New Jersey Motorsports Park hosts AMA Superbike for the first time today and tomorrow for a two-day test. Rider impressions so far have been mixed.
MotoUSA is out at New Jersey Motorsports Park for the two-day AMA team test, which was set in place for the riders to get a feel for the new-to-them track, which most all have never seen before. An added bonus, and our real reason for coming, I am testing Geoff May’s National Guard/Jordan Suzuki American Superbike for a magazine feature (be sure to keep an eye out for that in the next issue!).
While I’ve only got half-a-day of testing in the books due to rain in the AM, and you’re going to have to wait for the magazine to read about the bike, this has given us a firsthand look at the new-to-AMA track, which has received mixed reviews amongst the riders here on Day 1, especially those on Superbikes.
First off, I can tell you the place is nicely paved and the staff is very receptive to rider input and change, which is always a good thing. Where it lacks is in size. Both the width and length of the track is relatively quite small, almost all second and third gear stuff on a Superbike with the exception of the front straight. Run-off and a lack of gravel traps have caused some concern as well, especially in the fast Turn 1 area and coming onto the start/finish straight in which you travel through a very fast chicane and under a bridge, with walls quite close to the either side of the track.
MotoUSA is here riding the National Guard Suzuki Superbike for an upcoming issue of MotoUSA Magazine!
“It’s a bit small for my taste,” commented Tommy Hayden after the first day on his Yosh Suzuki GSX-R1000 Superbike. “There’s a couple spots where the walls are a bit close as well. Had they just consulted a few motorcycle people while building the track they could have made it much more bike friendly for the same amount of money instead of having to now hear what we say and make changes – if they do.”
Added Jordan Suzuki’s Aaron Yates: “It’s a fun track I’m sure for track days and riding around, but racing is another story. I’m still not fully up to speed but there are some strange corners and a few spots that need gravel or walls moved back.”
On the other side of the spectrum was Corona Honda’s Neil Hodgson, who put in probably the most laps of any rider during the rain-scattered day and quiet likes the track. “It has a good flow to it and it’s good fun. It’s kind of like a mini-Miller (Motorsports Park),” said the British native after the first day. “I really quite like it, actually. It’s far more of a proper racetrack than some of the places we go to, that’s for sure.”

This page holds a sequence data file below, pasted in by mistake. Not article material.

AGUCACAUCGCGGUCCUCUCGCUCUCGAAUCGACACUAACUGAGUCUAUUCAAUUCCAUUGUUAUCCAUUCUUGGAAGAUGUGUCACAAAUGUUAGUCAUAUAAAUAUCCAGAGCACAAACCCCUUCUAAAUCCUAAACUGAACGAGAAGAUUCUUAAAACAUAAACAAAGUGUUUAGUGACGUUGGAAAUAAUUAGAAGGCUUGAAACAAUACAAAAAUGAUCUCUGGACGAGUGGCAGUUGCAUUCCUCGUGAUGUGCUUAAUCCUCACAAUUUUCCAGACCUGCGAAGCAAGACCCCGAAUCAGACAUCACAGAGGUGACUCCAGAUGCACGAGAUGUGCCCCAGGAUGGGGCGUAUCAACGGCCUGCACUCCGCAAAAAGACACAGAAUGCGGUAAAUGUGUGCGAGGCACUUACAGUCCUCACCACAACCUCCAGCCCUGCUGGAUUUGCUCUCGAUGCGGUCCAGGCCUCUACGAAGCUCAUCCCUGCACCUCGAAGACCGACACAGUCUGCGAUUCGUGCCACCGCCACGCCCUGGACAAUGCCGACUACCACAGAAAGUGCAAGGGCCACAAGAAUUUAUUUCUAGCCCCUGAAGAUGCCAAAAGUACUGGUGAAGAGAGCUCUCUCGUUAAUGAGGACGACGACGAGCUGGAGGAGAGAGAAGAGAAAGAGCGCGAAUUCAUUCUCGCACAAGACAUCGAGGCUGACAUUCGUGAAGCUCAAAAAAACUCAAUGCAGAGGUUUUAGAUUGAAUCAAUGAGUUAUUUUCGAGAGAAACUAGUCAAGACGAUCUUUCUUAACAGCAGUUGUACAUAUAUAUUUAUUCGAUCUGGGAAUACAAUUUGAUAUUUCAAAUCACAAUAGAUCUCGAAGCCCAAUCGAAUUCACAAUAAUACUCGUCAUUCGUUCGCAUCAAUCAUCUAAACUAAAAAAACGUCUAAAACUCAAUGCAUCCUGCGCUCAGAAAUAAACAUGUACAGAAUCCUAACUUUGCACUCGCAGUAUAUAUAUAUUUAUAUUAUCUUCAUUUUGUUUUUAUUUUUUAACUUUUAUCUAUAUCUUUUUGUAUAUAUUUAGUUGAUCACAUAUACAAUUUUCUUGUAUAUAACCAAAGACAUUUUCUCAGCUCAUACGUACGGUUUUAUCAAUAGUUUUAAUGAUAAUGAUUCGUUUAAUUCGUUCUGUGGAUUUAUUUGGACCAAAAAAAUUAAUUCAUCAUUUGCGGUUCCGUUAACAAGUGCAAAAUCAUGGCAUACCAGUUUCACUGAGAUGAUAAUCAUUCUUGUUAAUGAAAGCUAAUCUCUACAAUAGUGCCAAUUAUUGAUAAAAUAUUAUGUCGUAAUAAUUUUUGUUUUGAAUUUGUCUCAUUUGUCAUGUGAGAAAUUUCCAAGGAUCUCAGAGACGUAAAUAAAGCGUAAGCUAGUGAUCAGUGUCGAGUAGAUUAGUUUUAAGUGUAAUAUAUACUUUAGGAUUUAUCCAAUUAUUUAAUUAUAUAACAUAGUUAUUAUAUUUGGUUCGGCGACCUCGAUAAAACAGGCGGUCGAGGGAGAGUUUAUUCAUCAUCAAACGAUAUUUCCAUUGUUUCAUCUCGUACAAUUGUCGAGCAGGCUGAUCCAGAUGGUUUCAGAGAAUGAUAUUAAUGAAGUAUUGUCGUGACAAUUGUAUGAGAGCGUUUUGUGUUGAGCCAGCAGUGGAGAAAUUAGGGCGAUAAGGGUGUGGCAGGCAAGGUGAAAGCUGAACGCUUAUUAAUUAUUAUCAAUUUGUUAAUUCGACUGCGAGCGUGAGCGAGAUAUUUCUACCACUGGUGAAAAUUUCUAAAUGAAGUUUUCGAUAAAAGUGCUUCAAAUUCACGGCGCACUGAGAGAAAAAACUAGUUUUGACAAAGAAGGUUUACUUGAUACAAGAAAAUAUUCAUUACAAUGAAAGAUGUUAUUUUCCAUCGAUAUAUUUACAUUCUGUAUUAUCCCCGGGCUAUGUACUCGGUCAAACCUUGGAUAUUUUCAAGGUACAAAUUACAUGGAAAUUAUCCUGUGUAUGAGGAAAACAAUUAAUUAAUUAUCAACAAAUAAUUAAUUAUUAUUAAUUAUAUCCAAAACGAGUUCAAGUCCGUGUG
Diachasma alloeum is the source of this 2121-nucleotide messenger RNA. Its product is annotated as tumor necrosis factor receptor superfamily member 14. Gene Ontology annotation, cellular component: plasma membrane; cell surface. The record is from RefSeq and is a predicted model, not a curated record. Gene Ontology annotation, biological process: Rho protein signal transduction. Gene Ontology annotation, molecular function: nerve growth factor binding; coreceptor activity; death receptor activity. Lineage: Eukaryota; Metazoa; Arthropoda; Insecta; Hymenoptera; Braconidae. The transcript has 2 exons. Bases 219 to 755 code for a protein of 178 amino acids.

Hodgson did comment on the lack of run-off in a couple spots, saying that could be “quite sketchy, especially in the wet. It is quite tight and will be a hard track to pass on, for sure, but overall I’m quite happy.”
From my point of view, which was a few seconds off the pace of the big boys, I would agree with Hodgson and say that the track was quite fun as well, though much smaller and tighter than I expected. There are a couple odd corners that feel very car-oriented, especially the long decreasing-radius carousel towards the end, which doesn’t flow well on a motorcycle. As Yates put it, “you’re just hangin’ off the bike for way too long there.”
As for safety, gravel is 100% needed in the run-off areas to slow the bikes down before anyone races here. There’s also no doubt the walls are quite close in a lot of spots. In an ideal world they would move a few walls back, but for that to happen before the race the first weekend of September seems like a long shot. As a whole though, there’s no doubt AMA races on far more dangerous tracks and far less flowing ones as well. One can only hope that the track owners will step up with the right modifications to keep the riders safe, as they seem very receptive to change. This only time will tell.
We’ll be back out there tomorrow on the National Guard Suzuki getting more seat-time for the story and if any big news develops we’ll be sure to let you in on it.